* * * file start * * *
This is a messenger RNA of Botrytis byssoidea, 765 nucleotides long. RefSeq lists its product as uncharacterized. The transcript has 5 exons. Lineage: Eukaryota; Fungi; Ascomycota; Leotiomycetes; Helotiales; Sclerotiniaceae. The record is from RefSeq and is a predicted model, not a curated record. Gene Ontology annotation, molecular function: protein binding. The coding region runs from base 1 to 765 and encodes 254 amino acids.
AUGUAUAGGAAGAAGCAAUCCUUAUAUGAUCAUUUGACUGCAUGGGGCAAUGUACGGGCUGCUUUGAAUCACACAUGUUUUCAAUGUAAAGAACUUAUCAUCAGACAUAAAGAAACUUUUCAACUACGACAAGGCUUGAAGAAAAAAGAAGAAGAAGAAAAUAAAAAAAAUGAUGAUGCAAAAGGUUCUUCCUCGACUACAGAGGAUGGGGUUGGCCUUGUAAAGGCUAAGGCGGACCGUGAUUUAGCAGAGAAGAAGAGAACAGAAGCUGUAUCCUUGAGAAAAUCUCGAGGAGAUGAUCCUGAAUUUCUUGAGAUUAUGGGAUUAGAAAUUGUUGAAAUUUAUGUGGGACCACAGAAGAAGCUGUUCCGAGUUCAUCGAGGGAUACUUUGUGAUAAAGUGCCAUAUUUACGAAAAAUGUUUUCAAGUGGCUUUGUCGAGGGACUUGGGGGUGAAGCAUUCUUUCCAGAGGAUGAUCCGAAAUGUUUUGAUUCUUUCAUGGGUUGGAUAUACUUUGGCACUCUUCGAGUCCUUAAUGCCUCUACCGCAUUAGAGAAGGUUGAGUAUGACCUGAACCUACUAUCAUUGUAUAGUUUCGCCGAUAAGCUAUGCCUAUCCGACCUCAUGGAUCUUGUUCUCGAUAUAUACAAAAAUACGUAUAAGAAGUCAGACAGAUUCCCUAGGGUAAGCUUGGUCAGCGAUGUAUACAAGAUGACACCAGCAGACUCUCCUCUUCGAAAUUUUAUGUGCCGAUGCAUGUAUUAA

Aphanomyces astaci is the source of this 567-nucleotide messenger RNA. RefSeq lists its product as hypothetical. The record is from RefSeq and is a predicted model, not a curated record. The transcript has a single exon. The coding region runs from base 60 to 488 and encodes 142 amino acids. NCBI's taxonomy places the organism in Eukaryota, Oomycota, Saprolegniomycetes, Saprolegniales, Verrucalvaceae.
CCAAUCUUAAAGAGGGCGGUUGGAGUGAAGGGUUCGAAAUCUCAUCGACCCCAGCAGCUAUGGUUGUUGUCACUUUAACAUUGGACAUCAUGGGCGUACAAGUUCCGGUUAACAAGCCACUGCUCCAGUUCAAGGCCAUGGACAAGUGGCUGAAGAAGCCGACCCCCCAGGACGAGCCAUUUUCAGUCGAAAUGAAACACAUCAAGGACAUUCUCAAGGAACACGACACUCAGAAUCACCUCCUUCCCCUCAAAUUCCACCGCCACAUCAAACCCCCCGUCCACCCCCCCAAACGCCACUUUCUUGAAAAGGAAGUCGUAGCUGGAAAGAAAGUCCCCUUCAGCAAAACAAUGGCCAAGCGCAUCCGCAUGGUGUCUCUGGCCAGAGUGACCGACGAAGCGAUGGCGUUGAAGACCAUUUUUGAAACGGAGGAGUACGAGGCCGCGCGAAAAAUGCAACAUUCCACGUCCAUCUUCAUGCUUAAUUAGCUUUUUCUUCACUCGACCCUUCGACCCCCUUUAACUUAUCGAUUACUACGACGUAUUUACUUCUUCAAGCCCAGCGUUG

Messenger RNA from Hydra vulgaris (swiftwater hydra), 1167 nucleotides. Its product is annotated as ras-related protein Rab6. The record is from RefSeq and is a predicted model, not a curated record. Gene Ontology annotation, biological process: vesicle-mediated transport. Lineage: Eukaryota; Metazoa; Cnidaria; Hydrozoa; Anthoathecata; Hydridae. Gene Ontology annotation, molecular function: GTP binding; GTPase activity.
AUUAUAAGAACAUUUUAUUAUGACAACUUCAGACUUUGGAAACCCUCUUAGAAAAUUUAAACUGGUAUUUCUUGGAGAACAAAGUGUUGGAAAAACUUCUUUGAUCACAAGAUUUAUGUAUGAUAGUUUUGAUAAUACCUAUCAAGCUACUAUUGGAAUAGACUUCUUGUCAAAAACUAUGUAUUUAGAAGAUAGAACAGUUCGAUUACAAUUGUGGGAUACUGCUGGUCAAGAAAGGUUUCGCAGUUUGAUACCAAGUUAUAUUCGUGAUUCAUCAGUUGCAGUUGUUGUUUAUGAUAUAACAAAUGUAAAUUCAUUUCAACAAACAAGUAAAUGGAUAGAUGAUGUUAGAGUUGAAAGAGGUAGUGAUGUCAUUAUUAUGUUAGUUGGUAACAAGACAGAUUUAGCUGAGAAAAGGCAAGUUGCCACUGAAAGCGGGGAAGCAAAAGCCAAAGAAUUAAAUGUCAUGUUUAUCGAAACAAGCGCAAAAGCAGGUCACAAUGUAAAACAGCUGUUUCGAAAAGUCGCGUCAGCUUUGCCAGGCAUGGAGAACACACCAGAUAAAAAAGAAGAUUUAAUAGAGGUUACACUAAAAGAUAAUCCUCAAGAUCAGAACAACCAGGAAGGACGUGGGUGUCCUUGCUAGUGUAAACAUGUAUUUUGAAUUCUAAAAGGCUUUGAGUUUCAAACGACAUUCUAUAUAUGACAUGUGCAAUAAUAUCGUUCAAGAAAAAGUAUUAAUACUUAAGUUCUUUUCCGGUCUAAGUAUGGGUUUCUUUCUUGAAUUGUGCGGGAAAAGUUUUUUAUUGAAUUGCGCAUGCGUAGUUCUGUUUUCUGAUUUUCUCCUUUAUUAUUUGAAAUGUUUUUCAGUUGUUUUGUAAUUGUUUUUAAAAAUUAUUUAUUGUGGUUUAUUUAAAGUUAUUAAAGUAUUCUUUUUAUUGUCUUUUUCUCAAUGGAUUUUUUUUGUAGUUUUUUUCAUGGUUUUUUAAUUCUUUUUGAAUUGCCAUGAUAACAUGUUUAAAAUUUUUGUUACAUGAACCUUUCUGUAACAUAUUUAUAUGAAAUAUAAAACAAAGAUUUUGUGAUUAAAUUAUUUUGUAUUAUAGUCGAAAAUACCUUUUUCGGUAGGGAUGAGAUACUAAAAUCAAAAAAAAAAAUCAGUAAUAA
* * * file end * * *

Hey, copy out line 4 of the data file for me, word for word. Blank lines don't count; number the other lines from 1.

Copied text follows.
CCAAUCUUAAAGAGGGCGGUUGGAGUGAAGGGUUCGAAAUCUCAUCGACCCCAGCAGCUAUGGUUGUUGUCACUUUAACAUUGGACAUCAUGGGCGUACAAGUUCCGGUUAACAAGCCACUGCUCCAGUUCAAGGCCAUGGACAAGUGGCUGAAGAAGCCGACCCCCCAGGACGAGCCAUUUUCAGUCGAAAUGAAACACAUCAAGGACAUUCUCAAGGAACACGACACUCAGAAUCACCUCCUUCCCCUCAAAUUCCACCGCCACAUCAAACCCCCCGUCCACCCCCCCAAACGCCACUUUCUUGAAAAGGAAGUCGUAGCUGGAAAGAAAGUCCCCUUCAGCAAAACAAUGGCCAAGCGCAUCCGCAUGGUGUCUCUGGCCAGAGUGACCGACGAAGCGAUGGCGUUGAAGACCAUUUUUGAAACGGAGGAGUACGAGGCCGCGCGAAAAAUGCAACAUUCCACGUCCAUCUUCAUGCUUAAUUAGCUUUUUCUUCACUCGACCCUUCGACCCCCUUUAACUUAUCGAUUACUACGACGUAUUUACUUCUUCAAGCCCAGCGUUG